Added 1 new A* page:Penultimate ink study:|
Yes, for some reason I painted a five-legged robot! That is the kind of silly thing I get up to when just drawing random things for practice, I guess. =p
Speaking of silly things, someone on an online forum asked me today how I pronounce "smbhax" (this site's short URL, which I use as my handle at various places online), and I had to confess that I pronounce it "simba hacks"; although I don't know if I had ever actually said it aloud before last week, when without thinking about it I dropped "simba hacks" in a work-related conversation with some friends, to their great amusement.
One of them also pointed out that "Simba" was the name of the young lion in Disney's "The Lion King" animated movie of 1994, which caused me some consternation because I'd always had an image of an elephant flash through my mind at the sound of the name, although I *have* seen "The Lion King." Googling for an elephantine Simba came up with this message thread, in which someone managed to find a link with a movie quote revealing that "Simba" was the name of Tarzan's elephant friend in the Tarzan movies starring Johnny Weissmuller and Maureen O'Sullivan in the 1940's. Weissmuller was quite the strapping fellow (I couldn't find a photo of the elephant :P):
I've probably seen snippets of one or two of those at some point, although I wonder if I didn't get it rather from some reference to them on an old TV show or something.
More factoids! "Simba" actually does mean "lion" in Swahili; why it was given to an elephant in the 1940's Tarzan movies, well, an informed poster on that thread hazards a guess:
|Edgar Rice Burroughs created an ape-language for the books, in which "lion" was "numa" and "elephant" was "tantor." Apparently the screenwriters changed these words to either Swahili (sometimes with no relation to the real meaning) or to gibberish because of copyright issues.|
I *do* remember "numa" and "tantor," come to think of it, as I read those ERB Tarzan books a decade or two ago—along with some of his other fun adventure series, like the "Barsoom" series (adventures of "gentleman of Virginia" John Carter on Mars), and the hollow, primeval-Earth land "Pellucidar" series. Good stuff!
In an interesting coincidence, for much of this week while drawing A* I've been listening to the first Barsoom novel, "A Princess of Mars," as a free audiobook. In fact I'm really excited about having found that site—booksshouldbefree.com—as a whole, and plan to pillage its free treasures to keep my ears occupied during cartooning hours for the foreseeable future.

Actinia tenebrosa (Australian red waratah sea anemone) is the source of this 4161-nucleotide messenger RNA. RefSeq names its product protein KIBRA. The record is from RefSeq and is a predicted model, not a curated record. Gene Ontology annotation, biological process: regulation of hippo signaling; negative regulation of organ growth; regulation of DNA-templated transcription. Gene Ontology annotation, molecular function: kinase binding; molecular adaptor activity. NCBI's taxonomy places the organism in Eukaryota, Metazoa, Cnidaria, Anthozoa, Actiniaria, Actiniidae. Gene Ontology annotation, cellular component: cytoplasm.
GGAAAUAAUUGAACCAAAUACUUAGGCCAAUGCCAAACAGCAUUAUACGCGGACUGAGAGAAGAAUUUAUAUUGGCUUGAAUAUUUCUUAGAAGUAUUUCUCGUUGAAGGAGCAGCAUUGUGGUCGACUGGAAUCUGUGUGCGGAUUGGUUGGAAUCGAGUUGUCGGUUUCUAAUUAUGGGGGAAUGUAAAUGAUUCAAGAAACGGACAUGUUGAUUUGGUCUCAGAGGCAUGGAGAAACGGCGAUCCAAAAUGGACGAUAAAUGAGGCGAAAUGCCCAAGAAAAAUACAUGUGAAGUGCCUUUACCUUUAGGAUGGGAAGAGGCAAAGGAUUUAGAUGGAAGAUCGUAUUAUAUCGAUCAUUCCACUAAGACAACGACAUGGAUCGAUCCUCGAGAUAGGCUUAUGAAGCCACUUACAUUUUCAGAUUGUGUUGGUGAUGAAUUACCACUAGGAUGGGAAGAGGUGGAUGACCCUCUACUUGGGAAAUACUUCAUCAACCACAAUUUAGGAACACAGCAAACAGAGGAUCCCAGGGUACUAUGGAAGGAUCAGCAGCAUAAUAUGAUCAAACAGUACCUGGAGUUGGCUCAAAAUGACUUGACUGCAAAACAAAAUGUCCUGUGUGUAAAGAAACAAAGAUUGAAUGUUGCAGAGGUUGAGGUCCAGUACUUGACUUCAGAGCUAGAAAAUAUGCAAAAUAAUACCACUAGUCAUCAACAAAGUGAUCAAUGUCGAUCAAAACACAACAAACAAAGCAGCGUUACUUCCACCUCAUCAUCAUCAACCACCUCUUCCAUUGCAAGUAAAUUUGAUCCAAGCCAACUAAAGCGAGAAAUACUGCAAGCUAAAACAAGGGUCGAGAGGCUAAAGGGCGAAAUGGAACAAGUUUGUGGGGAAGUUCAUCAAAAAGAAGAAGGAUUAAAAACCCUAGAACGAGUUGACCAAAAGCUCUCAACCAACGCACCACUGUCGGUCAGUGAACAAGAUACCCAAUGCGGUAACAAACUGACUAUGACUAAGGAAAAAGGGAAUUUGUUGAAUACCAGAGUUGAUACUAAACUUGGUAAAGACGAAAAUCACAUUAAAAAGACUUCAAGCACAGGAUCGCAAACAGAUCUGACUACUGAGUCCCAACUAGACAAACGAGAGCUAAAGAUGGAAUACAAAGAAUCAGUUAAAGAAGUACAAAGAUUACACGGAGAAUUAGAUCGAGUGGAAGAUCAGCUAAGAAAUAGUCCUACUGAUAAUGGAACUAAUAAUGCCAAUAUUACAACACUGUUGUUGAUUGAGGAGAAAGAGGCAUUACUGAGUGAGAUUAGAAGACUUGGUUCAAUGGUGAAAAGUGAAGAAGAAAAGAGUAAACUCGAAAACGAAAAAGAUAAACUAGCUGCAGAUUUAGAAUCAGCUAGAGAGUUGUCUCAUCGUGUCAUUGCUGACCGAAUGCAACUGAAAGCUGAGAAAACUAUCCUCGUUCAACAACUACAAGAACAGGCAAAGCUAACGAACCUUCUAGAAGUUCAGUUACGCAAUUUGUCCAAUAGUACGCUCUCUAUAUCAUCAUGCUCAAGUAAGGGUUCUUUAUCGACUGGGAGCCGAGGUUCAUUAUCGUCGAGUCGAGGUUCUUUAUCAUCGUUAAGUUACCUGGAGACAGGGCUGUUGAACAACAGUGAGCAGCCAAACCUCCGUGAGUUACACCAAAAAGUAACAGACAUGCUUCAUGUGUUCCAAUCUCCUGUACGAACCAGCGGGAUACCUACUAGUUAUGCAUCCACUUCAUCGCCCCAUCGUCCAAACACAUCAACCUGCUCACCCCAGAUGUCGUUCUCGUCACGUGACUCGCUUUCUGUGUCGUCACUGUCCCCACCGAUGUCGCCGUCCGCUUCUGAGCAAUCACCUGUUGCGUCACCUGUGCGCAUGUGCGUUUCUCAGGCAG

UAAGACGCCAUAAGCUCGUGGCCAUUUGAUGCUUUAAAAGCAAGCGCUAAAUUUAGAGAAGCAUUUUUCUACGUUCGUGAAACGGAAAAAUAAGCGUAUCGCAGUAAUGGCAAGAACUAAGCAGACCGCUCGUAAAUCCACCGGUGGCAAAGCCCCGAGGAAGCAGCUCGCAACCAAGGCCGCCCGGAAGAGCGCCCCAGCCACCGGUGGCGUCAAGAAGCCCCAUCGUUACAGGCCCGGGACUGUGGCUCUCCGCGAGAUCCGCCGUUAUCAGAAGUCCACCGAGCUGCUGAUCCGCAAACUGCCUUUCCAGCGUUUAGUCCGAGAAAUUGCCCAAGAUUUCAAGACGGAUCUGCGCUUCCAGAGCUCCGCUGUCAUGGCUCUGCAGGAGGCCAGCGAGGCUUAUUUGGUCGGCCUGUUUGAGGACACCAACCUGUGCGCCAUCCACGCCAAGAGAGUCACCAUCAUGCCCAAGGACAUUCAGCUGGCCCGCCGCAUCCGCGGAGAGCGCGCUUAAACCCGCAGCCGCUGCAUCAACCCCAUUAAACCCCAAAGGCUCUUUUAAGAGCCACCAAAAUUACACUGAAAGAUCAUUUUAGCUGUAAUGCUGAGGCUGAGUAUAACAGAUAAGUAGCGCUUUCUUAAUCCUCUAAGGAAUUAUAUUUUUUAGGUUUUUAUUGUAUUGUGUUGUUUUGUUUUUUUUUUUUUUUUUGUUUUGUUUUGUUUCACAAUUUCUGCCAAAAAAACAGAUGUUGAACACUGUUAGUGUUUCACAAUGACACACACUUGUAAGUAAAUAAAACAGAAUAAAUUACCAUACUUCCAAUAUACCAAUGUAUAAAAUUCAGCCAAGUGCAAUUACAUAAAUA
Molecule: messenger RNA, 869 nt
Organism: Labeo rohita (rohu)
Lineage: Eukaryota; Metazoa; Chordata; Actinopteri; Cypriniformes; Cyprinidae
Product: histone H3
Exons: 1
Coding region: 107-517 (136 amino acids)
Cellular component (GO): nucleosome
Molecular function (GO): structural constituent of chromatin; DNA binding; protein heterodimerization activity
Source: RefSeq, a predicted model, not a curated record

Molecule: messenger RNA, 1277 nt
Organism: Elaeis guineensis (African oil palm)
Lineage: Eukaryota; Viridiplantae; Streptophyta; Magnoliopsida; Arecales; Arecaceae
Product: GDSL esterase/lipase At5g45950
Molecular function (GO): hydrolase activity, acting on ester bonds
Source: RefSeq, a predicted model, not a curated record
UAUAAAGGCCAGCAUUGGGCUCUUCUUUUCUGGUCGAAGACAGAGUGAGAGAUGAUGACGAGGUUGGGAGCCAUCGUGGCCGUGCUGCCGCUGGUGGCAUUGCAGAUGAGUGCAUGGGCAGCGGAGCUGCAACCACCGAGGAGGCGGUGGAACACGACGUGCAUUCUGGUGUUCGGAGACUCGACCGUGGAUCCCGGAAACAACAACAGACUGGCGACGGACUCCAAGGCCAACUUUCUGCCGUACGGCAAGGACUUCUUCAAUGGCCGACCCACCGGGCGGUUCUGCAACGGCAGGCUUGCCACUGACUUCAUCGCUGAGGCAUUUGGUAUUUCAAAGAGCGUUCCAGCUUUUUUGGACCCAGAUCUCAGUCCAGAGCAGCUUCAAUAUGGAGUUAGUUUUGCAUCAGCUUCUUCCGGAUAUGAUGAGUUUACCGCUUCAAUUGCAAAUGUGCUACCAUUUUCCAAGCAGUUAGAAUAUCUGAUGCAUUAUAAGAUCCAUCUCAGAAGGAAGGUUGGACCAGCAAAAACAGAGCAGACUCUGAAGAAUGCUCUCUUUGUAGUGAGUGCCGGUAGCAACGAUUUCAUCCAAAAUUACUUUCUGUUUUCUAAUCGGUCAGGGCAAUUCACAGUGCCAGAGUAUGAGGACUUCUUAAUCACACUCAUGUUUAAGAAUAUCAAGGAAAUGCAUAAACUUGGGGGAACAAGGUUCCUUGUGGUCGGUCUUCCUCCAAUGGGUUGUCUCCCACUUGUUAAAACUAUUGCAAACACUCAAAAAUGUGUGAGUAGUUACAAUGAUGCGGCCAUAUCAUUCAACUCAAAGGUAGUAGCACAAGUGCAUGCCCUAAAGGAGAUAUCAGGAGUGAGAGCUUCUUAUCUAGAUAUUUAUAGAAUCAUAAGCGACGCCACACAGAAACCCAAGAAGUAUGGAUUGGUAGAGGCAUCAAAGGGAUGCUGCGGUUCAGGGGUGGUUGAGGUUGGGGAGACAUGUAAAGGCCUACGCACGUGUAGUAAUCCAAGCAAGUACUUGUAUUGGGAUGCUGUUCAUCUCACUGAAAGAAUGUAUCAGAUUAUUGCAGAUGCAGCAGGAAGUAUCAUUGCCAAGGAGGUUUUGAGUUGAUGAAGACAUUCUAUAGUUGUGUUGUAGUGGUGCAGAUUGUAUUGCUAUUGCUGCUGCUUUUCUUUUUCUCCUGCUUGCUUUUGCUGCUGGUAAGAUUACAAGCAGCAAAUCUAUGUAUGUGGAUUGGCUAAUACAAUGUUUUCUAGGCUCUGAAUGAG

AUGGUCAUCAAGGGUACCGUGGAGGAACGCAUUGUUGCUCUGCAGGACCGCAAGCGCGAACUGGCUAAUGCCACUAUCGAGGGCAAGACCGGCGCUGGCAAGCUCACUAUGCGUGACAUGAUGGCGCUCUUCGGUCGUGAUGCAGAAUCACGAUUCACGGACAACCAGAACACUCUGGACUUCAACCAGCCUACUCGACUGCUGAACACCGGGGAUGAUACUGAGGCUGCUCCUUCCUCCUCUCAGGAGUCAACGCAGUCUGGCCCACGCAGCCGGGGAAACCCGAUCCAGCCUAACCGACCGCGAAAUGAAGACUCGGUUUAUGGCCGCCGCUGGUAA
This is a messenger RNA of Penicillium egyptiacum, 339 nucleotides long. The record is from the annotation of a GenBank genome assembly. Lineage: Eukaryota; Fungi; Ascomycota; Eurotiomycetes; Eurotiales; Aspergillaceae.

Yay! I'd planned to go directly into the more literary stuff I guess, but then I noticed they have a conveniently organized science fiction section, and could not resist first sampling its more sugary delights. The only drawback of free audiobooks, I guess, is that some of them aren't the best recordings (the reader of "Princess of Mars" is a little flat, but does well enough)—a distressing number of them have very prominent hisses and clicks in the audio. Audiobook readers! Please make sure you have a good recording setup before you record your reading of a classic book for all posterity! Now we're stuck with a hissy rendition of "The Gods of Mars." ;_; Well I refuse to listen to hissy stuff so I'll just be going through the site's archive a little faster than I'd hoped, I suppose. :P Still there are enough quality recordings there to keep me occupied for many pages of A*, I think. :)
Another coincidence: Disney is putting out a live-action movie adaptation of "Princess of Mars" next year (May 9, 2012), called simply John Carter. It's directed by Andrew Stanton, who also directed Disney's "Finding Nemo" and "WALL-E," which I have heard people liked, so that might be promising...although Burroughs' novels aren't exactly standard cartoon fare, being rather bloody affairs—and on his Mars, nobody wears any clothes :o. I'm guessing there will be some changes from the book. :P
Rather interestingly, although "A Princess of Mars" came out as a serial in 1912, and a book in 1917, it's never been made into a film. There have been a number of fairly advanced attempts, including an animated one by Looney Tunes director Bob Clampett in the '30s, which would have been the first American full-length animated film, a Disney project in the '80s whose cast was going to include Tom Cruise, and an attempt by Paramount around 2003-2004 that didn't quite get off the ground.